A helpful article on building that foundation is Establishing Leadership and Respect
Rewards are important!
When I train new behaviors, I know it’s important that the dog knows he’ll be rewarded for the correct behavior. I use very high value treats like Happy Howie beef rolls. He knows I have food rewards in my hands. He can smell them. I don’t even care if he sees them. He learns very quickly, at the very start of training, that I will mark the behavior I want with a word and then he’ll get the reward. It’s the agreement we have; he performs the behavior correctly and I give him a tasty treat.
But if the dog is over the threshold, meaning he’s beyond his ability to focus and concentrate, it’s very difficult to get him to focus on what you are doing. An over-excited dog simply cannot learn.
You must use very short focus exercises to bring his mind back to the task at hand. This is why I teach “watch me” as one of the very first commands. Another good focus exercise is “Touch” where the dog is trained to touch your hand (or another object).
Sit on the Dog and other calming exercises
Another thing you can do with your less-than-perfect pup is teach him to calm himself. One great way to train your dog to settle himself is with the “Sit on the Dog” exercise. This exercise was created by Margot Woods, a wonderful trainer from Maryland. Margot passed away in 2016 but her “Sit on the Dog” exercise will forever be a tool in every good trainer’s toolbox!
Read the way to do the Sit on the Dog exercise from Margot herself.
You can also help your dog learn to be calm by training “Wait.” The dog must stay in position (sit or down) before you release him to eat, get in or out of the car, or go out the door. By consistently requiring your dog to wait he learns to be calmer and attentive to you.
Fewer words, more feeling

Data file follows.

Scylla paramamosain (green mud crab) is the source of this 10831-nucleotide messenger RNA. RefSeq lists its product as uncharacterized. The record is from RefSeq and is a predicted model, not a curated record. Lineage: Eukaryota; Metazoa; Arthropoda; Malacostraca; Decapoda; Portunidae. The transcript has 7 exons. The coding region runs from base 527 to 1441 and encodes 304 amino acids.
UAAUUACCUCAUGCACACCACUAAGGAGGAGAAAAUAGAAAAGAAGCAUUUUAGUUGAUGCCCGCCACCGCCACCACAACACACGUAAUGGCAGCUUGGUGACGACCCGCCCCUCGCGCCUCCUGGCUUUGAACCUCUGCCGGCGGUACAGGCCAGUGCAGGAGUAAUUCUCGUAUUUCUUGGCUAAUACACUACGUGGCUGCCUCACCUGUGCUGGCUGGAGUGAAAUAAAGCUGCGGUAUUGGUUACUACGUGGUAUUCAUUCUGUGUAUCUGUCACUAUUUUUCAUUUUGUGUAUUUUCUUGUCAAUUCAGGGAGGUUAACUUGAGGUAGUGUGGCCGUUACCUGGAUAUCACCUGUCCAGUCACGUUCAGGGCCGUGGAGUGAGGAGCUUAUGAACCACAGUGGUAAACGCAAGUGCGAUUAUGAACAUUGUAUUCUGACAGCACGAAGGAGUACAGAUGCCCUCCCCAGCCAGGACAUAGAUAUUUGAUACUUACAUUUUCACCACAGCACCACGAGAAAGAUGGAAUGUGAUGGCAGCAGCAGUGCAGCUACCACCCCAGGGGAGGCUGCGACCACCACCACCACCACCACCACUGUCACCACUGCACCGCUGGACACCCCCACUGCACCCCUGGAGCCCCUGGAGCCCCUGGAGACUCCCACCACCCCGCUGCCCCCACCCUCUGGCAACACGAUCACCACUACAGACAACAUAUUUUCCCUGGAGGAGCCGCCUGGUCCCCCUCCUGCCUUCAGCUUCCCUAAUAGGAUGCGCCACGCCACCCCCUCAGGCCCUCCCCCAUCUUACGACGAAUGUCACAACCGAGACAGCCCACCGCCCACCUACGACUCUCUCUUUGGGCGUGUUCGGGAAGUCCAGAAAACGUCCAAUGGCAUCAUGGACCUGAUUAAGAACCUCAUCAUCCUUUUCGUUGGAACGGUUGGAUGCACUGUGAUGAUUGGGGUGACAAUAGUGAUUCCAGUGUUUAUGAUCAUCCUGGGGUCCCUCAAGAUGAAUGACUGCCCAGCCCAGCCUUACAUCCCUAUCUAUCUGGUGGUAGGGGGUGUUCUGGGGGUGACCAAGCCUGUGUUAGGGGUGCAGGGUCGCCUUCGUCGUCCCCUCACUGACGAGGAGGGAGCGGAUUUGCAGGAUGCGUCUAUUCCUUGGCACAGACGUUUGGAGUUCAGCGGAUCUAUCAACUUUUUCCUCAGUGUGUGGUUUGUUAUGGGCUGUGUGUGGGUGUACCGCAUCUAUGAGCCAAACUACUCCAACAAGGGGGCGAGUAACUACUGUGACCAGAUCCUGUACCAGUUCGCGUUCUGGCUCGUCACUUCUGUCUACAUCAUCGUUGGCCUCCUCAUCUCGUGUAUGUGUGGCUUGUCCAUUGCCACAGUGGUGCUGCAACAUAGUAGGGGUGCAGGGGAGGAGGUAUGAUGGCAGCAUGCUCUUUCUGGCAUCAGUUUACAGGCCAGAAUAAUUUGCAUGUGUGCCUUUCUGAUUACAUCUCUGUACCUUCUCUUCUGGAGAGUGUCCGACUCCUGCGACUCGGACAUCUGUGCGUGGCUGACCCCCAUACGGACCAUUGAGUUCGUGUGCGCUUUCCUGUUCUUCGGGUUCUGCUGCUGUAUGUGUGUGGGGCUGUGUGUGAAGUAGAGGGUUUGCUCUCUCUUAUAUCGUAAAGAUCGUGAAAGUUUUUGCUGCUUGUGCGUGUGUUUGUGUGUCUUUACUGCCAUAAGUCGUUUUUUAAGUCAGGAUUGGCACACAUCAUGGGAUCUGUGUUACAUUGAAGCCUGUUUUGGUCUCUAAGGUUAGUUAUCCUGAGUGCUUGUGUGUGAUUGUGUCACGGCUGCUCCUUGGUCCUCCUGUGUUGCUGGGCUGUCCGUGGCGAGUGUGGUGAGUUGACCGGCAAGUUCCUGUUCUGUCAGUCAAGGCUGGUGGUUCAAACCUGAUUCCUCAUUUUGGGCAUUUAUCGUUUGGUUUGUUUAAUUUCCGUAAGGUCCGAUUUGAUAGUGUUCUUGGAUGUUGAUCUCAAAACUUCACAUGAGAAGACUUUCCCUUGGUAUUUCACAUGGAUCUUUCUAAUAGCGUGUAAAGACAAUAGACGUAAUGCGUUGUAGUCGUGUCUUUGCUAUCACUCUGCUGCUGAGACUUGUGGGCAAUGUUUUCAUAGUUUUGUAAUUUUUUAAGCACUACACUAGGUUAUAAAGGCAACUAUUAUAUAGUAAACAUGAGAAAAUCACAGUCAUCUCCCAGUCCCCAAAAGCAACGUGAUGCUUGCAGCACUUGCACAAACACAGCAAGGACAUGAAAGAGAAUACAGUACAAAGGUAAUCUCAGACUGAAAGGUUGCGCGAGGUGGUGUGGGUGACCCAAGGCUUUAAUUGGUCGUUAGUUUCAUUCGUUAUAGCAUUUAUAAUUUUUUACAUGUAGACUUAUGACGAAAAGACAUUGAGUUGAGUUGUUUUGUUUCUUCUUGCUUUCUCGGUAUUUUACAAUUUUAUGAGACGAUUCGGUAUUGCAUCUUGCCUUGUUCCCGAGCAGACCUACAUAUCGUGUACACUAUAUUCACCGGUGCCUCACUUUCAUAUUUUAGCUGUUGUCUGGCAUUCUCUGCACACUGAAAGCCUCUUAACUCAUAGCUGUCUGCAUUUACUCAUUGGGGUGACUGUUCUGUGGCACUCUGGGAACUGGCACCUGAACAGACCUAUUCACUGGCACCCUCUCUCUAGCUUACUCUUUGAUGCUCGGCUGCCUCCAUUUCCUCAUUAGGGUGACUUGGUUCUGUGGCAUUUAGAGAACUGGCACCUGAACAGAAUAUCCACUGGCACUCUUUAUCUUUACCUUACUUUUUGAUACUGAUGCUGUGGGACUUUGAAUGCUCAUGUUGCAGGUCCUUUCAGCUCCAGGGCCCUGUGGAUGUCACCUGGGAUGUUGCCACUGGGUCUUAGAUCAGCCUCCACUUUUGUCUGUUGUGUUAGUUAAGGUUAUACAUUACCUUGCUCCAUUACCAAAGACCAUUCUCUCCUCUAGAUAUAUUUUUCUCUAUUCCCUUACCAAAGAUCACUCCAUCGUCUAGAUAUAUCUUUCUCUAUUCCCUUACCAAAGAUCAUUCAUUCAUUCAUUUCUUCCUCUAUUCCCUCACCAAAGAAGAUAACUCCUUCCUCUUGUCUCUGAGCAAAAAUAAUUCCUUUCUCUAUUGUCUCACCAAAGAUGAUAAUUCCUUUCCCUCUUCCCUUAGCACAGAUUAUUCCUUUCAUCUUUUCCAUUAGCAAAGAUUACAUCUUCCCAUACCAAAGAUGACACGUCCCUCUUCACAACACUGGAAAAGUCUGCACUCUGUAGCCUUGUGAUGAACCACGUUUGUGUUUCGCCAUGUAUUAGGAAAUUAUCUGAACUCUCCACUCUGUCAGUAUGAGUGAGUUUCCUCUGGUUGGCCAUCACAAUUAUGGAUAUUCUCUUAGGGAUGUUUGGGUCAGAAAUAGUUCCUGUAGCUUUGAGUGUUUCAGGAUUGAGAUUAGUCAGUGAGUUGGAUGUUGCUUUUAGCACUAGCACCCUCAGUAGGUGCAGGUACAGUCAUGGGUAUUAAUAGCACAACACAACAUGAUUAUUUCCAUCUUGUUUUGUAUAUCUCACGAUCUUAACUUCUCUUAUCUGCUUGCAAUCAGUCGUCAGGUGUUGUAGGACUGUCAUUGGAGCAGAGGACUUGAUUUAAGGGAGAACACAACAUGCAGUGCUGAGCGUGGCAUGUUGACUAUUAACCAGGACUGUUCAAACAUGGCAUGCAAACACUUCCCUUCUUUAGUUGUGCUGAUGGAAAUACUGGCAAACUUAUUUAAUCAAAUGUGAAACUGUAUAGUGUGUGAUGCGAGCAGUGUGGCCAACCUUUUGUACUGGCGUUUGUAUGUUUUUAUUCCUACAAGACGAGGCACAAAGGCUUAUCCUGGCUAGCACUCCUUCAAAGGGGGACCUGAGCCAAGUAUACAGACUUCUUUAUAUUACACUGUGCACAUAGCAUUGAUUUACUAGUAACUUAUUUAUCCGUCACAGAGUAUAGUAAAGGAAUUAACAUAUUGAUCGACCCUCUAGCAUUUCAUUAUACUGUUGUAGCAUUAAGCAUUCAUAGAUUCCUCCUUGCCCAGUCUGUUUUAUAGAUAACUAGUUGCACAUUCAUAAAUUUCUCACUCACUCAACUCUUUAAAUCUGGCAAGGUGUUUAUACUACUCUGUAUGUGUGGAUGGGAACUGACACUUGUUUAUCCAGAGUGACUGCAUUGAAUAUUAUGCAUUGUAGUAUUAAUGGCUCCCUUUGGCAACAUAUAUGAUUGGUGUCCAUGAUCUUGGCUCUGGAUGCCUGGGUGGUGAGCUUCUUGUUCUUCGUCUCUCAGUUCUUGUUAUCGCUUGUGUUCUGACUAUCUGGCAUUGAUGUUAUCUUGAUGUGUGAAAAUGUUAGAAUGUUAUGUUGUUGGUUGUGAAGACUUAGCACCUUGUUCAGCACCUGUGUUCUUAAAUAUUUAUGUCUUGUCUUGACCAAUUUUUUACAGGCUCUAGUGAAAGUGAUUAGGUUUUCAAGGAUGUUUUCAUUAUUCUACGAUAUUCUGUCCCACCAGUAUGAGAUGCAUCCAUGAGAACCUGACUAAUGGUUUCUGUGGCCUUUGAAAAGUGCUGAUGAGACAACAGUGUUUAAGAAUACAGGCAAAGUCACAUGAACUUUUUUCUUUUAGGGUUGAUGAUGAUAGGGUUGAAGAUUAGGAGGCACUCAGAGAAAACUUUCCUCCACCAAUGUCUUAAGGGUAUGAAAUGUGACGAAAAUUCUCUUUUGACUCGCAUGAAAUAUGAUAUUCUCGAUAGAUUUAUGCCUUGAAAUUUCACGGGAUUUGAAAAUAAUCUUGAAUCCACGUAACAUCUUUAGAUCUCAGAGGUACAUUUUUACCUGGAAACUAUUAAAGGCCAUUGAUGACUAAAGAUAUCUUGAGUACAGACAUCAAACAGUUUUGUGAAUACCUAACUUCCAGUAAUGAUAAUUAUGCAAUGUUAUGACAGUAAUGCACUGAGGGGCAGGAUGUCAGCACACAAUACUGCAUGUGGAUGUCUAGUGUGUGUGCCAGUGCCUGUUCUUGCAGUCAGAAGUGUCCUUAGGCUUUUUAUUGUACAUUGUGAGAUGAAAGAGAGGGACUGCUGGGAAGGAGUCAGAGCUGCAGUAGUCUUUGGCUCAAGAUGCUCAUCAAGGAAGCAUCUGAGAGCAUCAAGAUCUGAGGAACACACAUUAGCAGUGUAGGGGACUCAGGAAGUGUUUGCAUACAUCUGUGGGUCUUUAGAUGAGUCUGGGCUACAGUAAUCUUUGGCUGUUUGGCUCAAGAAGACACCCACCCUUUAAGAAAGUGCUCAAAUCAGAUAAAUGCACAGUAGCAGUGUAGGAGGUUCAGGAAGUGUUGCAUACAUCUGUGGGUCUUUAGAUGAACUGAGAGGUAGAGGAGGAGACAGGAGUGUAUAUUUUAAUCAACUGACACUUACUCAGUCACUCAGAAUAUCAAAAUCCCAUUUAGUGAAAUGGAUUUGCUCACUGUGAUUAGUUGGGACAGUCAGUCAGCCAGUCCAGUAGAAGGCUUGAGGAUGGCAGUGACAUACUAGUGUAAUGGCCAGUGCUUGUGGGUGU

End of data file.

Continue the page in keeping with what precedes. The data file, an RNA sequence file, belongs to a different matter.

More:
I have had many clients over the years who feel the need to talk at their canine companions constantly. I'm not referring to the kind of praise I encourage. Rather it is a non-stop flow of words that undoubtedly confuse and distract the poor mutt from doing what the owner really wants. I’ve mentioned before that dogs are visual far more than verbal. The never-ending flood of words will never help with a bad dog.
Instead of using a lot of words when you’re working with your over-excited dog, try being very quiet. By calming yourself, you will help him calm himself. Being quiet also prevents you from shouting in frustration when he doesn’t do what you want.
When you do praise your dog make it short and sweet and try to use a softer voice. High-pitched, excited voices usually end up exciting the dog you’re trying to keep calm. Your demeanor and energy will be reflected by your pup.
We trainers say that emotions travel down the leash and they definitely do! If you want to know what to do with a bad dog start with getting hold of your own emotions. Take a deep breath. Relax your shoulders and arms. Loosen your grip on the leash. Your dog will instantly know that you are calm and this will help him be calm.
When you are ready, start with some focus exercises to get your dog’s attention on you. Then you and the dog will be able to move on to more formal exercises.
What to do with a bad dog?
The first thing to do is realize that he’s not a bad dog at all. He’s over-excited and needs you to provide him leadership and a calming energy. Then simply relax yourself and follow the steps to helping your dog achieve the kind of calm, focused attention on you that will set you both up for successful training!
And remember, Joyful Dogs of Michigan is always here to help!